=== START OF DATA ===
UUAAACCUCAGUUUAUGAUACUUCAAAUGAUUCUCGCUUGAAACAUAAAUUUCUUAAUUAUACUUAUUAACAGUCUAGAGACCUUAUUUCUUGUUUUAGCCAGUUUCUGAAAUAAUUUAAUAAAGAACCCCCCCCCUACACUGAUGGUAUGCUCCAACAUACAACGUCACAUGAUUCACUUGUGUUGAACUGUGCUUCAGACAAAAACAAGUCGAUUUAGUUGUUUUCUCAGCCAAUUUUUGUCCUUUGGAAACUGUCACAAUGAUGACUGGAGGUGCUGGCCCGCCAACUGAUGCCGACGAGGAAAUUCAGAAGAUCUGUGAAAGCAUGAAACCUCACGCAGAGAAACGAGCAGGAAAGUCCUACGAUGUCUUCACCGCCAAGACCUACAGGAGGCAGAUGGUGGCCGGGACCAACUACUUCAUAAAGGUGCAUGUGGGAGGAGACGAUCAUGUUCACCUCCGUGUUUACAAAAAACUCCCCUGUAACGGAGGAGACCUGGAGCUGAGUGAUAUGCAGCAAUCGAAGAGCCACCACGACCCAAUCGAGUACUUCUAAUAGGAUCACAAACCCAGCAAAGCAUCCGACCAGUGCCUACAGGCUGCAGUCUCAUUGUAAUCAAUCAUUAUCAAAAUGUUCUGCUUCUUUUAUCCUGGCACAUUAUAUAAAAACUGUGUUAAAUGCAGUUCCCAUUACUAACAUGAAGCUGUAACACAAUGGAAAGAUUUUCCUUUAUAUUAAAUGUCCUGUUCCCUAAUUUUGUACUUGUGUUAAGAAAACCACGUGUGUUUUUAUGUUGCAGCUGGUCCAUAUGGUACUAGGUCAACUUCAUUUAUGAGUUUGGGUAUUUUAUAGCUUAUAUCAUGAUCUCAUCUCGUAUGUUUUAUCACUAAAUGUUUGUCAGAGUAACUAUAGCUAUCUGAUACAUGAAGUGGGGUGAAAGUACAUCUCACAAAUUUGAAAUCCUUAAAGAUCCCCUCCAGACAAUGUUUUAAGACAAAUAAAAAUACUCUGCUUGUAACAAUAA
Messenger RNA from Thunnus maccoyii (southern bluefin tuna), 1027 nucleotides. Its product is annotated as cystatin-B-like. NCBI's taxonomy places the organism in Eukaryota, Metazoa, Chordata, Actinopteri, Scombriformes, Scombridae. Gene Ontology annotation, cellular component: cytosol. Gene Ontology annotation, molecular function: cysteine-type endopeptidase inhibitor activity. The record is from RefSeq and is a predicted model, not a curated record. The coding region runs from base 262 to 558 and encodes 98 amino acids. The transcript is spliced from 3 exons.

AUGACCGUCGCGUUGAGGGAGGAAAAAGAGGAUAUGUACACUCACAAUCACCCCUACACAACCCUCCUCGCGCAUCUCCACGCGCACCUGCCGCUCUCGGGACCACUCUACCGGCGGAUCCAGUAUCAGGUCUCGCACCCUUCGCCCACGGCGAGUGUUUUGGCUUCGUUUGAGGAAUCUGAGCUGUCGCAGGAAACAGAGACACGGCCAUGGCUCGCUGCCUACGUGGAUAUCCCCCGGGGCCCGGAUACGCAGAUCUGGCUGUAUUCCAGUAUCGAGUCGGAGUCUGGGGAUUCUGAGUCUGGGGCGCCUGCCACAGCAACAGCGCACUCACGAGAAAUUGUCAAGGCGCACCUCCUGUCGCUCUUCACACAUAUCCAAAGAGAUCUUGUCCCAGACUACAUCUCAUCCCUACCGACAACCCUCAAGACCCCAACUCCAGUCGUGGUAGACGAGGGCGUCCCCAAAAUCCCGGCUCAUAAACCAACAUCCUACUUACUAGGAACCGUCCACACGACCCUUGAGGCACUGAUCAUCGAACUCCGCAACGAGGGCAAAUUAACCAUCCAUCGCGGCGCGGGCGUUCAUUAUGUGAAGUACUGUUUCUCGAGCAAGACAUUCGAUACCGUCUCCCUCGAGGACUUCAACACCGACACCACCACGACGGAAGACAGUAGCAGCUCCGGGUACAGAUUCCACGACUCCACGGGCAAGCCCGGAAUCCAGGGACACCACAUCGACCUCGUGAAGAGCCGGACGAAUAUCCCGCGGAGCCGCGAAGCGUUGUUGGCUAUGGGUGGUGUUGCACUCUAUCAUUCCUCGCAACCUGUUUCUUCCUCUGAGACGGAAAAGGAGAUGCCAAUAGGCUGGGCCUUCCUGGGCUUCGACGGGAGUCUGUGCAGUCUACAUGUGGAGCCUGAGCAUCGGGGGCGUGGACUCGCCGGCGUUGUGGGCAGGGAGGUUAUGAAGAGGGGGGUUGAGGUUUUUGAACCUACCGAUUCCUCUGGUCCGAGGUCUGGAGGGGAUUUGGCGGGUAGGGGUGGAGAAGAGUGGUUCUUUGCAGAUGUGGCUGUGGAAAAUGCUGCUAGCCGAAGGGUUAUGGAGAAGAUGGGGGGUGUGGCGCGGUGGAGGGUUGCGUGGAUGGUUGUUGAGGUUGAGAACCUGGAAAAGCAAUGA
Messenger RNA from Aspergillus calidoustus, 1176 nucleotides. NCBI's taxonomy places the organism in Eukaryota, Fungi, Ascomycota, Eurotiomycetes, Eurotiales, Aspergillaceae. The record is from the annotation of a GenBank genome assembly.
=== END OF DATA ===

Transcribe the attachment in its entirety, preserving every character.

UUAAACCUCAGUUUAUGAUACUUCAAAUGAUUCUCGCUUGAAACAUAAAUUUCUUAAUUAUACUUAUUAACAGUCUAGAGACCUUAUUUCUUGUUUUAGCCAGUUUCUGAAAUAAUUUAAUAAAGAACCCCCCCCCUACACUGAUGGUAUGCUCCAACAUACAACGUCACAUGAUUCACUUGUGUUGAACUGUGCUUCAGACAAAAACAAGUCGAUUUAGUUGUUUUCUCAGCCAAUUUUUGUCCUUUGGAAACUGUCACAAUGAUGACUGGAGGUGCUGGCCCGCCAACUGAUGCCGACGAGGAAAUUCAGAAGAUCUGUGAAAGCAUGAAACCUCACGCAGAGAAACGAGCAGGAAAGUCCUACGAUGUCUUCACCGCCAAGACCUACAGGAGGCAGAUGGUGGCCGGGACCAACUACUUCAUAAAGGUGCAUGUGGGAGGAGACGAUCAUGUUCACCUCCGUGUUUACAAAAAACUCCCCUGUAACGGAGGAGACCUGGAGCUGAGUGAUAUGCAGCAAUCGAAGAGCCACCACGACCCAAUCGAGUACUUCUAAUAGGAUCACAAACCCAGCAAAGCAUCCGACCAGUGCCUACAGGCUGCAGUCUCAUUGUAAUCAAUCAUUAUCAAAAUGUUCUGCUUCUUUUAUCCUGGCACAUUAUAUAAAAACUGUGUUAAAUGCAGUUCCCAUUACUAACAUGAAGCUGUAACACAAUGGAAAGAUUUUCCUUUAUAUUAAAUGUCCUGUUCCCUAAUUUUGUACUUGUGUUAAGAAAACCACGUGUGUUUUUAUGUUGCAGCUGGUCCAUAUGGUACUAGGUCAACUUCAUUUAUGAGUUUGGGUAUUUUAUAGCUUAUAUCAUGAUCUCAUCUCGUAUGUUUUAUCACUAAAUGUUUGUCAGAGUAACUAUAGCUAUCUGAUACAUGAAGUGGGGUGAAAGUACAUCUCACAAAUUUGAAAUCCUUAAAGAUCCCCUCCAGACAAUGUUUUAAGACAAAUAAAAAUACUCUGCUUGUAACAAUAA
Messenger RNA from Thunnus maccoyii (southern bluefin tuna), 1027 nucleotides. Its product is annotated as cystatin-B-like. NCBI's taxonomy places the organism in Eukaryota, Metazoa, Chordata, Actinopteri, Scombriformes, Scombridae. Gene Ontology annotation, cellular component: cytosol. Gene Ontology annotation, molecular function: cysteine-type endopeptidase inhibitor activity. The record is from RefSeq and is a predicted model, not a curated record. The coding region runs from base 262 to 558 and encodes 98 amino acids. The transcript is spliced from 3 exons.

AUGACCGUCGCGUUGAGGGAGGAAAAAGAGGAUAUGUACACUCACAAUCACCCCUACACAACCCUCCUCGCGCAUCUCCACGCGCACCUGCCGCUCUCGGGACCACUCUACCGGCGGAUCCAGUAUCAGGUCUCGCACCCUUCGCCCACGGCGAGUGUUUUGGCUUCGUUUGAGGAAUCUGAGCUGUCGCAGGAAACAGAGACACGGCCAUGGCUCGCUGCCUACGUGGAUAUCCCCCGGGGCCCGGAUACGCAGAUCUGGCUGUAUUCCAGUAUCGAGUCGGAGUCUGGGGAUUCUGAGUCUGGGGCGCCUGCCACAGCAACAGCGCACUCACGAGAAAUUGUCAAGGCGCACCUCCUGUCGCUCUUCACACAUAUCCAAAGAGAUCUUGUCCCAGACUACAUCUCAUCCCUACCGACAACCCUCAAGACCCCAACUCCAGUCGUGGUAGACGAGGGCGUCCCCAAAAUCCCGGCUCAUAAACCAACAUCCUACUUACUAGGAACCGUCCACACGACCCUUGAGGCACUGAUCAUCGAACUCCGCAACGAGGGCAAAUUAACCAUCCAUCGCGGCGCGGGCGUUCAUUAUGUGAAGUACUGUUUCUCGAGCAAGACAUUCGAUACCGUCUCCCUCGAGGACUUCAACACCGACACCACCACGACGGAAGACAGUAGCAGCUCCGGGUACAGAUUCCACGACUCCACGGGCAAGCCCGGAAUCCAGGGACACCACAUCGACCUCGUGAAGAGCCGGACGAAUAUCCCGCGGAGCCGCGAAGCGUUGUUGGCUAUGGGUGGUGUUGCACUCUAUCAUUCCUCGCAACCUGUUUCUUCCUCUGAGACGGAAAAGGAGAUGCCAAUAGGCUGGGCCUUCCUGGGCUUCGACGGGAGUCUGUGCAGUCUACAUGUGGAGCCUGAGCAUCGGGGGCGUGGACUCGCCGGCGUUGUGGGCAGGGAGGUUAUGAAGAGGGGGGUUGAGGUUUUUGAACCUACCGAUUCCUCUGGUCCGAGGUCUGGAGGGGAUUUGGCGGGUAGGGGUGGAGAAGAGUGGUUCUUUGCAGAUGUGGCUGUGGAAAAUGCUGCUAGCCGAAGGGUUAUGGAGAAGAUGGGGGGUGUGGCGCGGUGGAGGGUUGCGUGGAUGGUUGUUGAGGUUGAGAACCUGGAAAAGCAAUGA
Messenger RNA from Aspergillus calidoustus, 1176 nucleotides. NCBI's taxonomy places the organism in Eukaryota, Fungi, Ascomycota, Eurotiomycetes, Eurotiales, Aspergillaceae. The record is from the annotation of a GenBank genome assembly.